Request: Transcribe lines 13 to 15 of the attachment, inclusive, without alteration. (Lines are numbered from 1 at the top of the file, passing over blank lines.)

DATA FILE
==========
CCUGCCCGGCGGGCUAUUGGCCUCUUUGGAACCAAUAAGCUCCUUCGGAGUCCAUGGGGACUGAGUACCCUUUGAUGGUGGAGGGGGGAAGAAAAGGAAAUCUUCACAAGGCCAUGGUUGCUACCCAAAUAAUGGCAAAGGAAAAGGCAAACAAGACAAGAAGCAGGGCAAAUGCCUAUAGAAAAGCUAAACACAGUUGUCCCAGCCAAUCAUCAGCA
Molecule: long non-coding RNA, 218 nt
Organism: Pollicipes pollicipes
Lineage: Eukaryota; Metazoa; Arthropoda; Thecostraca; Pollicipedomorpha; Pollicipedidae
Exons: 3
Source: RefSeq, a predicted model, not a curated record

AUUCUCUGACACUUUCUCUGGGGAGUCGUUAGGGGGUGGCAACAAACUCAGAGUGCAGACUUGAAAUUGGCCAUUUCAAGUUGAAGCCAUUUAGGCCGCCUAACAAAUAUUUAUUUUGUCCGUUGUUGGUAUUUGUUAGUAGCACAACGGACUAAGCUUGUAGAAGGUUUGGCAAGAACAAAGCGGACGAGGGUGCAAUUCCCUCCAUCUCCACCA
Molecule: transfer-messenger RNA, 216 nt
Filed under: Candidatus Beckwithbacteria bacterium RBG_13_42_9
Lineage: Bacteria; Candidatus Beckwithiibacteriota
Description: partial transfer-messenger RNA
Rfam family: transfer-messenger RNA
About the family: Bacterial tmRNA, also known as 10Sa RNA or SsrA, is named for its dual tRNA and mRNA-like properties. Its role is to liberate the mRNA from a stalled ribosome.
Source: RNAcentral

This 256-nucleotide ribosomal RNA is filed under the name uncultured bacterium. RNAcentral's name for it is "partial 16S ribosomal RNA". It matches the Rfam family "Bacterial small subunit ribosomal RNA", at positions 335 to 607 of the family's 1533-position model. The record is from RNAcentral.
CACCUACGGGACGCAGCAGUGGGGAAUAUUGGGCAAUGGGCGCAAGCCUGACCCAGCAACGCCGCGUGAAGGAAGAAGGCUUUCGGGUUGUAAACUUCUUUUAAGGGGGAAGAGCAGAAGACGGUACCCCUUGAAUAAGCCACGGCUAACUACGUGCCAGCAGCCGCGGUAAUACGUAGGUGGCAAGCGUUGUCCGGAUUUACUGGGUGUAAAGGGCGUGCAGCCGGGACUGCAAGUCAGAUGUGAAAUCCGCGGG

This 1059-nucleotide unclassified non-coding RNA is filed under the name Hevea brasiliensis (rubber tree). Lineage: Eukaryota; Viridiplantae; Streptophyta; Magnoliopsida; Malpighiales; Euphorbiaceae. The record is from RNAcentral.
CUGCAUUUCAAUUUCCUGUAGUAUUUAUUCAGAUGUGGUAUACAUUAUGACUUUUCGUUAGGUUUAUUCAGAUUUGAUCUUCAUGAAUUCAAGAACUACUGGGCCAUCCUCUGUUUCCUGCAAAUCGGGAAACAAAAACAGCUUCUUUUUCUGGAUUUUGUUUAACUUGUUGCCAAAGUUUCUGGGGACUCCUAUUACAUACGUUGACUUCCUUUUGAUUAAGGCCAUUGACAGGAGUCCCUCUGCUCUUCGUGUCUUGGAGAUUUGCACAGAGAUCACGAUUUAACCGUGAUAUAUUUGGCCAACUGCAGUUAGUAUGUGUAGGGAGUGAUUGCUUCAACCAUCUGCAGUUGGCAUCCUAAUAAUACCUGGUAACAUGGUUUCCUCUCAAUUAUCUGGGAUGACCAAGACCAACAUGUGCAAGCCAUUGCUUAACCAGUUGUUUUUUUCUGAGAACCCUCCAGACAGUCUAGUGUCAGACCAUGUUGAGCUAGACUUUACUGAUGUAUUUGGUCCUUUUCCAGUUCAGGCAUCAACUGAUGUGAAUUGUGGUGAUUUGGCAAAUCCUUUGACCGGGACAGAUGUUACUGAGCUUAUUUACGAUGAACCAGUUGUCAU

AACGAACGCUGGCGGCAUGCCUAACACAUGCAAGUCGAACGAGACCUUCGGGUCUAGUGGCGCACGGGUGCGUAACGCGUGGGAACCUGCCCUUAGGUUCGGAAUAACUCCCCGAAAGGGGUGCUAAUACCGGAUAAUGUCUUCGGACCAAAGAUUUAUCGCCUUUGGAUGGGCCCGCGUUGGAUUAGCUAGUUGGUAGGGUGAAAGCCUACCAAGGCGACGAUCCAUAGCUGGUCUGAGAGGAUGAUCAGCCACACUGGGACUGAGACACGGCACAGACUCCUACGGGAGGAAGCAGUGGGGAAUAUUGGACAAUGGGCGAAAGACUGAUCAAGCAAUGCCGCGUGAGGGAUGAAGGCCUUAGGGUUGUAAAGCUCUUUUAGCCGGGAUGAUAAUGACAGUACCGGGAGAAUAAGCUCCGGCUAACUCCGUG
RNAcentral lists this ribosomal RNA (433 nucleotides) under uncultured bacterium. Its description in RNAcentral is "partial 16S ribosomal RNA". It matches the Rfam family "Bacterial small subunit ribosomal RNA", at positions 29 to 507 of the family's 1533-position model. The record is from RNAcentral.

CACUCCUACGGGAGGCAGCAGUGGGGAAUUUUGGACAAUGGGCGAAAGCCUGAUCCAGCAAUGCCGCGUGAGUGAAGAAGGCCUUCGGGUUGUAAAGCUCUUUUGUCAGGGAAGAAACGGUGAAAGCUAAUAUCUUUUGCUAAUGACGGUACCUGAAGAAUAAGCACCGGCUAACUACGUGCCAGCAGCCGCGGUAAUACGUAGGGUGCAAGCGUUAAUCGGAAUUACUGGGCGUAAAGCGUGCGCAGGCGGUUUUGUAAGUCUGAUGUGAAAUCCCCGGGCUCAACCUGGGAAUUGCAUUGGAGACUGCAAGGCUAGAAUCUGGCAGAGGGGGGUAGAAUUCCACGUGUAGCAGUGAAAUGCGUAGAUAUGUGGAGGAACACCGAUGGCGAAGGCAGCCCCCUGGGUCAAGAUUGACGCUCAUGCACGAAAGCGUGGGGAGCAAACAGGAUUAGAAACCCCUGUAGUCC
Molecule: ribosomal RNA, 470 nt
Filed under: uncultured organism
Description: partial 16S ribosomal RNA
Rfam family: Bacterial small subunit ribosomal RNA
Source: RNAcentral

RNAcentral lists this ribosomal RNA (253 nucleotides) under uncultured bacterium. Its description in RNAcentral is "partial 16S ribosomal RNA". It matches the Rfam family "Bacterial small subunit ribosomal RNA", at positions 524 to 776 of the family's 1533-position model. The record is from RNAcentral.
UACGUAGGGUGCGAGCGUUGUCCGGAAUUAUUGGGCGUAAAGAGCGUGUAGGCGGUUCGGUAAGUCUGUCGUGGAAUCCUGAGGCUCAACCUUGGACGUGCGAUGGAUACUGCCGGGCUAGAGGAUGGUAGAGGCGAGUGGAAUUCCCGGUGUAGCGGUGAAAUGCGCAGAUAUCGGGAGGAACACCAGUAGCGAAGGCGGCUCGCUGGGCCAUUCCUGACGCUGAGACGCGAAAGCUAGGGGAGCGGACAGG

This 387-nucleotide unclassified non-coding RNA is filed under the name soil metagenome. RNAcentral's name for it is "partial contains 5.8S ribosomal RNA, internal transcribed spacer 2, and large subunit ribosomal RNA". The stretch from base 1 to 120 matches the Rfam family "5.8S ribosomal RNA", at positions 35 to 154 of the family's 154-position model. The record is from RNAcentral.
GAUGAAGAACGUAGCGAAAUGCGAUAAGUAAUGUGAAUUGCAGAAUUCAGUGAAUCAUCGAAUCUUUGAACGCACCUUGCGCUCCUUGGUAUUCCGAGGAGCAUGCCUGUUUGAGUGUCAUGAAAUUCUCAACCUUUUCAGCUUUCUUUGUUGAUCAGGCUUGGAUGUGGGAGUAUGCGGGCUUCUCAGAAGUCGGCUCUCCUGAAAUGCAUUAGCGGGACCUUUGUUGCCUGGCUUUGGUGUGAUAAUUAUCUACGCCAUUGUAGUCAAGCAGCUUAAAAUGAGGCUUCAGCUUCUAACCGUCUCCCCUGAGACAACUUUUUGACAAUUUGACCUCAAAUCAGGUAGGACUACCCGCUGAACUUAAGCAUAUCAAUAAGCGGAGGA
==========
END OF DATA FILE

About the family: Bacterial tmRNA, also known as 10Sa RNA or SsrA, is named for its dual tRNA and mRNA-like properties. Its role is to liberate the mRNA from a stalled ribosome.
Source: RNAcentral

This 256-nucleotide ribosomal RNA is filed under the name uncultured bacterium. RNAcentral's name for it is "partial 16S ribosomal RNA". It matches the Rfam family "Bacterial small subunit ribosomal RNA", at positions 335 to 607 of the family's 1533-position model. The record is from RNAcentral.